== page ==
"A background check and a psych [exam] alone will not eliminate some people who should not be there," said Brad Woods, who ran the Personnel Division under former Chicago Police Superintendents Phil Cline and Terry Hillard.
Calling an application-only process a "step backward" and the "wrong way to go," Woods said, "When you lower your quality, you will get poor police service and more complaints. ... Whenever you make it easier to be the police, you're doing the citizens and the Police Department a disservice."
Charlie Roberts, who ran the training division from 1995 to 1999, noted that there are "eleven tracks" recruits must go through in the police academy, including the law and the municipal code.
"If you don't give someone at least a reading comprehension test, can you just put them in and risk the possibility of having so many of them fail? That could get quite expensive," Roberts said.
"We were getting people with 60 hours of college credit who were reading at a third-grade level. What do you think you'll get if you have no screening process?"
Human Resources Department spokesperson Connie Buscemi acknowledged Tuesday that the Daley administration has been exploring other "options" since last fall, when a "request-for-proposals" for companies interested in preparing an on-line police entrance exam was cancelled.
The last police entrance exam was held on Nov. 5, 2006.
"We wanted to try to develop something on-line to allow the city to accommodate members of the U.S. military who are on active duty. But, we didn't get any responses that met our needs. No one said they could administer an on-line exam" and guarantee its integrity, Buscemi said.
"We're [now] reviewing our options on how to administer the police application process."
Other sources confirmed that the police entrance exam could be scrapped altogether "to open up the process to as many people as possible." A final decision could be made later this week.
Fraternal Order of Police President Mark Donahue said the idea "sounds too stupid to be true."
"You need a testing process. ... You need to be very concerned about the very limited information you would get from just a screening and application process," Donahue said.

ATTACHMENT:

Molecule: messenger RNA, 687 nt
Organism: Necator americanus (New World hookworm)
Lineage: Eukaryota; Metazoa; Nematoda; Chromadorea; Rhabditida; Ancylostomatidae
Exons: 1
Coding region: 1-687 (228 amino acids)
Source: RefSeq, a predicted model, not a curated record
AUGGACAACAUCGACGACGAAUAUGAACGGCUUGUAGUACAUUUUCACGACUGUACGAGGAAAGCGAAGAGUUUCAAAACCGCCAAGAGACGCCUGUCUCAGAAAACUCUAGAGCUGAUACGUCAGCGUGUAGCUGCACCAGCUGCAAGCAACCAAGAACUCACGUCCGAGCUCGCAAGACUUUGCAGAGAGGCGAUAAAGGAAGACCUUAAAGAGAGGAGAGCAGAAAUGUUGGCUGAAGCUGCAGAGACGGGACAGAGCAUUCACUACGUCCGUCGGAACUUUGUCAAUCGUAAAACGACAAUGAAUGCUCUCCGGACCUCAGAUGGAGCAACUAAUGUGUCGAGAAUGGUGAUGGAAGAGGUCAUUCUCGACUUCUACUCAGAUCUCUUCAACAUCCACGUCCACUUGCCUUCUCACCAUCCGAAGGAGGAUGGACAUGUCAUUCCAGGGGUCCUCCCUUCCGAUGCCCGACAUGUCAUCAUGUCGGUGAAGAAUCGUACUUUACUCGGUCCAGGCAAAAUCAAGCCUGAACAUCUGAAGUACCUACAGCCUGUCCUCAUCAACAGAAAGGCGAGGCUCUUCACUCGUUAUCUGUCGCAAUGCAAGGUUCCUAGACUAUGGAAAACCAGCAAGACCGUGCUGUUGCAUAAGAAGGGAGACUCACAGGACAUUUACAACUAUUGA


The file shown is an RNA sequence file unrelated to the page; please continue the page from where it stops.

Hiring and promotions in the Police and Fire Departments have generated controversy in Chicago for as long as anyone can remember.
The criticism reached a crescendo in 1994 after a sergeants exam produced just five minority promotions out of 114.
The test was the first to be administered by the city after "race-norming" -- the practice of adjusting scores on the basis of race -- was ruled unconstitutional.
In November 2005, City Hall announced plans to offer the police entrance exam a record four times the following year -- and for the first time on the Internet -- after an unprecedented outreach campaign that bolstered the number of minority applicants to 34 percent black, 24 percent Hispanic and 26 percent women.
More than two years later, black ministers told newly-appointed Police Supt. Jody Weis that, if he was serious about re-establishing trust between police and the black community, he should start by hiring and promoting more African Americans.
The Police Department is currently operating at least 2,000 officers-a-day short of authorized strength, counting vacancies, medical leave and limited duty.
Mayor Daley's 2010 budget uses federal stimulus funds to add just 86 officers, 30 of them for the CTA.
That's nowhere near enough hiring to solve a manpower shortage that, Weis fears, will get dramatically worse when as many as 1,000 more officers retire later this year.